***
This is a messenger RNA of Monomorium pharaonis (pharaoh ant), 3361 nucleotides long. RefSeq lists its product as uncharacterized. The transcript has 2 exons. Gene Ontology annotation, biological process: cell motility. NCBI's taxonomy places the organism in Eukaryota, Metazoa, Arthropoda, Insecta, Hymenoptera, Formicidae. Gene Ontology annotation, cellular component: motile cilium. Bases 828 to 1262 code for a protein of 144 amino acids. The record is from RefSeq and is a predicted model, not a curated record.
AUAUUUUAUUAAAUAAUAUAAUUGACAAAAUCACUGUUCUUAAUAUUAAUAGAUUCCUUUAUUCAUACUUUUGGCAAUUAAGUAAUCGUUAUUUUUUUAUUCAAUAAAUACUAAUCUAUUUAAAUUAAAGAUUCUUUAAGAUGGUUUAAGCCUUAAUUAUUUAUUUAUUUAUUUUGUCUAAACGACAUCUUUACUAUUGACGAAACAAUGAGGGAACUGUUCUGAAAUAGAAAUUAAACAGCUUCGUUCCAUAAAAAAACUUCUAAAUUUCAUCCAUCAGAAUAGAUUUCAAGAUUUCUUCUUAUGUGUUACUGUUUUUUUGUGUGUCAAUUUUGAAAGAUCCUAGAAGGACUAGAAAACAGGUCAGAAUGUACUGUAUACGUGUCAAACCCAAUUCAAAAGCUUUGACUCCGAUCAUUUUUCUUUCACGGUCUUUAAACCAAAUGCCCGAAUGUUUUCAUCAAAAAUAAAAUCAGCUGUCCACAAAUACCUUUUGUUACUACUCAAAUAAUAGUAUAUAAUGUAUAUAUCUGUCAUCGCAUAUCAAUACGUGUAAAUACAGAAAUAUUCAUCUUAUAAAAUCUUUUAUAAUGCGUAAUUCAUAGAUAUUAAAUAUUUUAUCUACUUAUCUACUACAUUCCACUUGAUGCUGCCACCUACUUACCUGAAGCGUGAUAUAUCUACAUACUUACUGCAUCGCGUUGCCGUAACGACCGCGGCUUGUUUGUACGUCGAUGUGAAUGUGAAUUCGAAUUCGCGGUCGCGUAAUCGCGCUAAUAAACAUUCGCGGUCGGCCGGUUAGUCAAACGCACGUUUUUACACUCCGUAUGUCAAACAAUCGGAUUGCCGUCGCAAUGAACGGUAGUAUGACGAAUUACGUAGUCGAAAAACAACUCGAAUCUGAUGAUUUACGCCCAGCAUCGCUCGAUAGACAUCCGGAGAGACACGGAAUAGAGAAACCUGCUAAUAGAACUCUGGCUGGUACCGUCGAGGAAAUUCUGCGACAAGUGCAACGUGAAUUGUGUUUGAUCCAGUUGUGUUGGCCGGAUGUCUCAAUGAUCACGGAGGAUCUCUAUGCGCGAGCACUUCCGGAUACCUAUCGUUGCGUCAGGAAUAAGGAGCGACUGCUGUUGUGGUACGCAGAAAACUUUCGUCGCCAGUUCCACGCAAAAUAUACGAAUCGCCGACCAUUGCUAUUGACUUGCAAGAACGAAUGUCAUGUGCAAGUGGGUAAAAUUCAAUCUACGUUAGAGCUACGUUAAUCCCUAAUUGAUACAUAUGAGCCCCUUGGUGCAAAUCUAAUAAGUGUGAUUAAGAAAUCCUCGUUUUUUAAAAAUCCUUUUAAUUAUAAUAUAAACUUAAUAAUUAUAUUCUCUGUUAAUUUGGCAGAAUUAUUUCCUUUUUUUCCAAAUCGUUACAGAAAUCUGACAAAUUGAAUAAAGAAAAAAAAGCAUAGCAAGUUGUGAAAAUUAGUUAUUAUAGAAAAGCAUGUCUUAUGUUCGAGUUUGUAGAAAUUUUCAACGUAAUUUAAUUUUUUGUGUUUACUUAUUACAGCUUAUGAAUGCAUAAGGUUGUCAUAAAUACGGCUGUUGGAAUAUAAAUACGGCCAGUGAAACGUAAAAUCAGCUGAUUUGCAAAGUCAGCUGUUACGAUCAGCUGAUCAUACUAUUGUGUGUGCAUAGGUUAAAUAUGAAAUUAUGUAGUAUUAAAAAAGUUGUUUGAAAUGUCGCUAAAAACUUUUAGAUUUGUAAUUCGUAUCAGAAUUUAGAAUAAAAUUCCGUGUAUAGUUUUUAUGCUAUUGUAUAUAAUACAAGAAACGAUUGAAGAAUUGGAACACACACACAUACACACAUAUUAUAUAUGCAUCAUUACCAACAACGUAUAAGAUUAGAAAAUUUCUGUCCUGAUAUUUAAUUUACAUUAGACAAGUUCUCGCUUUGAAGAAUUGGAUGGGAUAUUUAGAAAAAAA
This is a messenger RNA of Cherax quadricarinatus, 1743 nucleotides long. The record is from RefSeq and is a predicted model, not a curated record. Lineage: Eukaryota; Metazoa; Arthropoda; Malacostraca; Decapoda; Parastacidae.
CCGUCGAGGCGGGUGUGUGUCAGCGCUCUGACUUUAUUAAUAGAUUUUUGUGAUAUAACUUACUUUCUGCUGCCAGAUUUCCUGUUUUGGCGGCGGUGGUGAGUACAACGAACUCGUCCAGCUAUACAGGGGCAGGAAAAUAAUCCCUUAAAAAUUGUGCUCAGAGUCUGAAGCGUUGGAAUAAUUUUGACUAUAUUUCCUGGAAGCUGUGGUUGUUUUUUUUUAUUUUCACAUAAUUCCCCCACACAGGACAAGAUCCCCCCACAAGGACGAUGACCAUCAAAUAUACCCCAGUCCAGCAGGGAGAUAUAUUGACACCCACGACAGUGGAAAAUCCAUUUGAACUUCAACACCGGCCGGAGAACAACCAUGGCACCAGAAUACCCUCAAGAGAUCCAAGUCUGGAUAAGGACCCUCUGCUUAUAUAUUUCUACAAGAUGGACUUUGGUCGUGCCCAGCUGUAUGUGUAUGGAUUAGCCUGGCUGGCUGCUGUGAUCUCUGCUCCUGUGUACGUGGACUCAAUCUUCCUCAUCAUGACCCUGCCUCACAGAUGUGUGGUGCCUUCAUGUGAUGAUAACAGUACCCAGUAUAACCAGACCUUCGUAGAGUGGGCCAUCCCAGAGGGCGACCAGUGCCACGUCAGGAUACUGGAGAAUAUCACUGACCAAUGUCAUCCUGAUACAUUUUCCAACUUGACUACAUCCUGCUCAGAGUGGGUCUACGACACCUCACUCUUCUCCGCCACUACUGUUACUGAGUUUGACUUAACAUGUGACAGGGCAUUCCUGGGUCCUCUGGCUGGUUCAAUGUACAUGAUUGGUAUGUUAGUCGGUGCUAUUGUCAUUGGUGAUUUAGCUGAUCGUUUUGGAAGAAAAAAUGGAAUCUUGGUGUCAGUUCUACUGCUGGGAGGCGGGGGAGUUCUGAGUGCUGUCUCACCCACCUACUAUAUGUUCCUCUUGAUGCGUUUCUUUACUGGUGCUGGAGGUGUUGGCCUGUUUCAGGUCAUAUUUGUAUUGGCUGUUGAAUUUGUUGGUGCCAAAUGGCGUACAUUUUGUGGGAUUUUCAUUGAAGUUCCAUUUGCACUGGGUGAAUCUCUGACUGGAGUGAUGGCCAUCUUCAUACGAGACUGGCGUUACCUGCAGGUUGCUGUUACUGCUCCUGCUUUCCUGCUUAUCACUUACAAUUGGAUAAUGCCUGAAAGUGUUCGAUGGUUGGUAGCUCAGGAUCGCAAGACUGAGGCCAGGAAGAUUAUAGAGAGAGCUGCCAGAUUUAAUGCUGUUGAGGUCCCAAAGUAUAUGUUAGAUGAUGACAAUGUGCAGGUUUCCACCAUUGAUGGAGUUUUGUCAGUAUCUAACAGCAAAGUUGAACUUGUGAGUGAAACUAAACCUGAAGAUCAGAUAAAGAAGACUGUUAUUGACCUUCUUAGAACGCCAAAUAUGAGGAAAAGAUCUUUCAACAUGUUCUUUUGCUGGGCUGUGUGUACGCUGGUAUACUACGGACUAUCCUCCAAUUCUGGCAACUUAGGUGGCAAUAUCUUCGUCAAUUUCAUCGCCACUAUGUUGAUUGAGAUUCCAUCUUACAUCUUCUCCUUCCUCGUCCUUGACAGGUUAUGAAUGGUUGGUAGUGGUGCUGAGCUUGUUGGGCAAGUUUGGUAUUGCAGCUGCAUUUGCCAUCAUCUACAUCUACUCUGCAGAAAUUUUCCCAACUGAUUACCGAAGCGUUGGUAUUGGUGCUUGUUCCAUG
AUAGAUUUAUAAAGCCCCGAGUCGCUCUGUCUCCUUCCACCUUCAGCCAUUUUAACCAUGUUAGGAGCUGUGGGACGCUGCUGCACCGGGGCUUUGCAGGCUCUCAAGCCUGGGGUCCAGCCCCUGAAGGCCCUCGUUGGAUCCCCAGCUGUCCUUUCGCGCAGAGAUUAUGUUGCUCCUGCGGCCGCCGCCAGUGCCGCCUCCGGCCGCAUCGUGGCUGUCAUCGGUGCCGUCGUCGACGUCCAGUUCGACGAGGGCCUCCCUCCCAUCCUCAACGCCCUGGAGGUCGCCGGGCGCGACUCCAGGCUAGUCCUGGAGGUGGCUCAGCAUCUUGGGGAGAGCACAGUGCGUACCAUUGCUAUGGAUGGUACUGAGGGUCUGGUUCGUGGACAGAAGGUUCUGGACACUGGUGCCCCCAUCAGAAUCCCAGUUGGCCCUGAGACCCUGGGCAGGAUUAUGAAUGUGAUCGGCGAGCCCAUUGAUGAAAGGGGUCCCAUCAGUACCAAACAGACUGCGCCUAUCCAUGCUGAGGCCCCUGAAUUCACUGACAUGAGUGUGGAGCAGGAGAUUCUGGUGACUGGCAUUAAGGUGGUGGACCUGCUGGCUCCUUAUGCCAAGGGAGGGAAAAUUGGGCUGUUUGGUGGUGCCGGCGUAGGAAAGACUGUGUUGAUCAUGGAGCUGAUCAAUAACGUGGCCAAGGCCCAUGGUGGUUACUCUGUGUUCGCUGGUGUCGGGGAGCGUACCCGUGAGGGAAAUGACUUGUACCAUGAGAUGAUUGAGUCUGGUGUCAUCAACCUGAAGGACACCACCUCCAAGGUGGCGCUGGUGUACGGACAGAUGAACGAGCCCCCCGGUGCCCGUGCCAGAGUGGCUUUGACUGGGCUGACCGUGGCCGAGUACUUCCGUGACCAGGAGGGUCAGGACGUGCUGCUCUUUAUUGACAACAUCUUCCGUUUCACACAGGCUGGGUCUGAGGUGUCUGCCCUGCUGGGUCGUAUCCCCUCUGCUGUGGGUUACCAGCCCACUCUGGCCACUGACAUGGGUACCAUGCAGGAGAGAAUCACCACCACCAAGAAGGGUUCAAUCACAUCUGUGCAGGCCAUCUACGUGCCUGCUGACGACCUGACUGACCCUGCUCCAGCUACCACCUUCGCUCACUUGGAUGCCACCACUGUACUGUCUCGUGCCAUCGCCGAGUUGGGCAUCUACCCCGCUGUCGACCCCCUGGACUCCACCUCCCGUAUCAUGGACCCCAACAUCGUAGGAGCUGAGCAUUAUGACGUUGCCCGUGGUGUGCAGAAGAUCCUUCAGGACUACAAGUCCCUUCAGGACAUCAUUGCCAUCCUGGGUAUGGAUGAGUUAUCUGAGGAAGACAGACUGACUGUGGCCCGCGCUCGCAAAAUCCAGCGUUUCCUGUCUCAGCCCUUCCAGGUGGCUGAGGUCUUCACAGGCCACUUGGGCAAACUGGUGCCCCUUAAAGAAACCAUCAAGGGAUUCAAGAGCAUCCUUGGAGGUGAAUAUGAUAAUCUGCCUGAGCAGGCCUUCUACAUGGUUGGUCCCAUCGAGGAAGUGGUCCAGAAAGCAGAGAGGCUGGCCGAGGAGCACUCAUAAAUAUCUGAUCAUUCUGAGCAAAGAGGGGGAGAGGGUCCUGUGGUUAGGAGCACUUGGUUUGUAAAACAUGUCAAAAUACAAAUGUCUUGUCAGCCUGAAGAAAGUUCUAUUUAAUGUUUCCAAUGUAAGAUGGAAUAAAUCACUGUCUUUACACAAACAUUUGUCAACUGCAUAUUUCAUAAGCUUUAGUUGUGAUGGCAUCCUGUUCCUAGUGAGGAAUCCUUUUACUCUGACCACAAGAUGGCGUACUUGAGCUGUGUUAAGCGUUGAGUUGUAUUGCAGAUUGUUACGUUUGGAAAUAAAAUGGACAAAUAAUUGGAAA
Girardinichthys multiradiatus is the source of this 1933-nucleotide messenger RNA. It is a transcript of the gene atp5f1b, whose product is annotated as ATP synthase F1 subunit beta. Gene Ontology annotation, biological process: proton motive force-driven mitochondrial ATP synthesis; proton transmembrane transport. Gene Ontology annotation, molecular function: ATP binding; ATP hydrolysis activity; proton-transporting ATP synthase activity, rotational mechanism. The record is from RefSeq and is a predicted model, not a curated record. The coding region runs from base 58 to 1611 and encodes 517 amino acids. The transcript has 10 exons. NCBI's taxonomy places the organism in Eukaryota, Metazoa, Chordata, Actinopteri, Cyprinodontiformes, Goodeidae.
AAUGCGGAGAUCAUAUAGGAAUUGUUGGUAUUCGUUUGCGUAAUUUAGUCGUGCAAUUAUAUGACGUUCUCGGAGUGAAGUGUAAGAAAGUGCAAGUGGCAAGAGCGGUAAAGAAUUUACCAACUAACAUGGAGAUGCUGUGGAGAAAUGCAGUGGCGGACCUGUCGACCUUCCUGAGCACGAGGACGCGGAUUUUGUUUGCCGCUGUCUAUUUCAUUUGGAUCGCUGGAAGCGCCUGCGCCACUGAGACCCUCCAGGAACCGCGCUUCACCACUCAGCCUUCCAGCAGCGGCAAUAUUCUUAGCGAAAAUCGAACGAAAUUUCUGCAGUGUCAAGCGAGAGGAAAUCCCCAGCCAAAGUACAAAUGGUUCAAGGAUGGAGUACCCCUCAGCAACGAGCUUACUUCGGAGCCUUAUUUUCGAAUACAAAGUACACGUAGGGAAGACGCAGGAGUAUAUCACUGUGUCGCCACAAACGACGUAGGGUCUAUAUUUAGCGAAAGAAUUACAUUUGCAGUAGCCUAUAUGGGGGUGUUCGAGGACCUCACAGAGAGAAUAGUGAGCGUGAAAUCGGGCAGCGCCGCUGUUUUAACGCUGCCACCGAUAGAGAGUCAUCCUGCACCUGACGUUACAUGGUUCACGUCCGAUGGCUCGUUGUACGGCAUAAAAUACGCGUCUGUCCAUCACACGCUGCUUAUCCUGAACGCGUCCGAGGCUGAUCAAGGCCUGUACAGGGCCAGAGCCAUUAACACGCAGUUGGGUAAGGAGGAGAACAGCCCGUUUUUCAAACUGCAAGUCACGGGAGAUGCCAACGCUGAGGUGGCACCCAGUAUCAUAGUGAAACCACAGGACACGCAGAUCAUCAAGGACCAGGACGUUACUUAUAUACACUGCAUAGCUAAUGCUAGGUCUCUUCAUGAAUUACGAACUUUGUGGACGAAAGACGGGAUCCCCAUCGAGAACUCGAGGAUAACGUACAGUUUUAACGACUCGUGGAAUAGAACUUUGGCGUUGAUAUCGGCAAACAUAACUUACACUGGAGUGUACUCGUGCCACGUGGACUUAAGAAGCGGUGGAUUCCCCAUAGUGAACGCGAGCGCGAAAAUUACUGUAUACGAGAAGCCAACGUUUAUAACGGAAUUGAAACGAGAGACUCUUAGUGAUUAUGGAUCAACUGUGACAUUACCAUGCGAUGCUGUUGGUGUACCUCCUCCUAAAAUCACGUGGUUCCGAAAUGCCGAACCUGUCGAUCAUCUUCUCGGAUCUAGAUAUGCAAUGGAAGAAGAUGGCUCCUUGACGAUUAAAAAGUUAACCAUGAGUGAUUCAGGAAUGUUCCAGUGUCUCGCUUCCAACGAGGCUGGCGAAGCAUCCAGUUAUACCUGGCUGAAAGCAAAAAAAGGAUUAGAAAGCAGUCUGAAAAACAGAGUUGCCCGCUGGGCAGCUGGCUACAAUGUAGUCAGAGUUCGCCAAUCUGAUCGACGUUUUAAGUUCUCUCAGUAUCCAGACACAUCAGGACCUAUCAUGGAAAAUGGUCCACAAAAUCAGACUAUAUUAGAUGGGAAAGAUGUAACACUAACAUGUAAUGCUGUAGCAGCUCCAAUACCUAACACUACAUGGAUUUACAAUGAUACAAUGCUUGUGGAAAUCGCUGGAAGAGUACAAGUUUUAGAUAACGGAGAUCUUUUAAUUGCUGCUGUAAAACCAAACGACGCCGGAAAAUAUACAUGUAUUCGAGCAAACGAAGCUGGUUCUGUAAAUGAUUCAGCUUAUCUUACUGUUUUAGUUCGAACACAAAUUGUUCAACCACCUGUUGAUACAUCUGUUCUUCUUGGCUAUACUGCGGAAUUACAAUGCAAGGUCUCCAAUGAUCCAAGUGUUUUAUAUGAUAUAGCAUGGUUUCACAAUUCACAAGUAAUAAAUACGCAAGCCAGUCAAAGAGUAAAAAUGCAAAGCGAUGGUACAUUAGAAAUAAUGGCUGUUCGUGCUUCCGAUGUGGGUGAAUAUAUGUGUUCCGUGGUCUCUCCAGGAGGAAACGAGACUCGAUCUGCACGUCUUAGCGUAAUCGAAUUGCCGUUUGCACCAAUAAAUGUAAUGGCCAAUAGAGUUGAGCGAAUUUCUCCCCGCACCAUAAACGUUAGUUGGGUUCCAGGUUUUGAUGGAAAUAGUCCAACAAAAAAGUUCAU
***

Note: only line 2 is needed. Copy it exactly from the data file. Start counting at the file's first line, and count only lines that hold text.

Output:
AUAUUUUAUUAAAUAAUAUAAUUGACAAAAUCACUGUUCUUAAUAUUAAUAGAUUCCUUUAUUCAUACUUUUGGCAAUUAAGUAAUCGUUAUUUUUUUAUUCAAUAAAUACUAAUCUAUUUAAAUUAAAGAUUCUUUAAGAUGGUUUAAGCCUUAAUUAUUUAUUUAUUUAUUUUGUCUAAACGACAUCUUUACUAUUGACGAAACAAUGAGGGAACUGUUCUGAAAUAGAAAUUAAACAGCUUCGUUCCAUAAAAAAACUUCUAAAUUUCAUCCAUCAGAAUAGAUUUCAAGAUUUCUUCUUAUGUGUUACUGUUUUUUUGUGUGUCAAUUUUGAAAGAUCCUAGAAGGACUAGAAAACAGGUCAGAAUGUACUGUAUACGUGUCAAACCCAAUUCAAAAGCUUUGACUCCGAUCAUUUUUCUUUCACGGUCUUUAAACCAAAUGCCCGAAUGUUUUCAUCAAAAAUAAAAUCAGCUGUCCACAAAUACCUUUUGUUACUACUCAAAUAAUAGUAUAUAAUGUAUAUAUCUGUCAUCGCAUAUCAAUACGUGUAAAUACAGAAAUAUUCAUCUUAUAAAAUCUUUUAUAAUGCGUAAUUCAUAGAUAUUAAAUAUUUUAUCUACUUAUCUACUACAUUCCACUUGAUGCUGCCACCUACUUACCUGAAGCGUGAUAUAUCUACAUACUUACUGCAUCGCGUUGCCGUAACGACCGCGGCUUGUUUGUACGUCGAUGUGAAUGUGAAUUCGAAUUCGCGGUCGCGUAAUCGCGCUAAUAAACAUUCGCGGUCGGCCGGUUAGUCAAACGCACGUUUUUACACUCCGUAUGUCAAACAAUCGGAUUGCCGUCGCAAUGAACGGUAGUAUGACGAAUUACGUAGUCGAAAAACAACUCGAAUCUGAUGAUUUACGCCCAGCAUCGCUCGAUAGACAUCCGGAGAGACACGGAAUAGAGAAACCUGCUAAUAGAACUCUGGCUGGUACCGUCGAGGAAAUUCUGCGACAAGUGCAACGUGAAUUGUGUUUGAUCCAGUUGUGUUGGCCGGAUGUCUCAAUGAUCACGGAGGAUCUCUAUGCGCGAGCACUUCCGGAUACCUAUCGUUGCGUCAGGAAUAAGGAGCGACUGCUGUUGUGGUACGCAGAAAACUUUCGUCGCCAGUUCCACGCAAAAUAUACGAAUCGCCGACCAUUGCUAUUGACUUGCAAGAACGAAUGUCAUGUGCAAGUGGGUAAAAUUCAAUCUACGUUAGAGCUACGUUAAUCCCUAAUUGAUACAUAUGAGCCCCUUGGUGCAAAUCUAAUAAGUGUGAUUAAGAAAUCCUCGUUUUUUAAAAAUCCUUUUAAUUAUAAUAUAAACUUAAUAAUUAUAUUCUCUGUUAAUUUGGCAGAAUUAUUUCCUUUUUUUCCAAAUCGUUACAGAAAUCUGACAAAUUGAAUAAAGAAAAAAAAGCAUAGCAAGUUGUGAAAAUUAGUUAUUAUAGAAAAGCAUGUCUUAUGUUCGAGUUUGUAGAAAUUUUCAACGUAAUUUAAUUUUUUGUGUUUACUUAUUACAGCUUAUGAAUGCAUAAGGUUGUCAUAAAUACGGCUGUUGGAAUAUAAAUACGGCCAGUGAAACGUAAAAUCAGCUGAUUUGCAAAGUCAGCUGUUACGAUCAGCUGAUCAUACUAUUGUGUGUGCAUAGGUUAAAUAUGAAAUUAUGUAGUAUUAAAAAAGUUGUUUGAAAUGUCGCUAAAAACUUUUAGAUUUGUAAUUCGUAUCAGAAUUUAGAAUAAAAUUCCGUGUAUAGUUUUUAUGCUAUUGUAUAUAAUACAAGAAACGAUUGAAGAAUUGGAACACACACACAUACACACAUAUUAUAUAUGCAUCAUUACCAACAACGUAUAAGAUUAGAAAAUUUCUGUCCUGAUAUUUAAUUUACAUUAGACAAGUUCUCGCUUUGAAGAAUUGGAUGGGAUAUUUAGAAAAAAA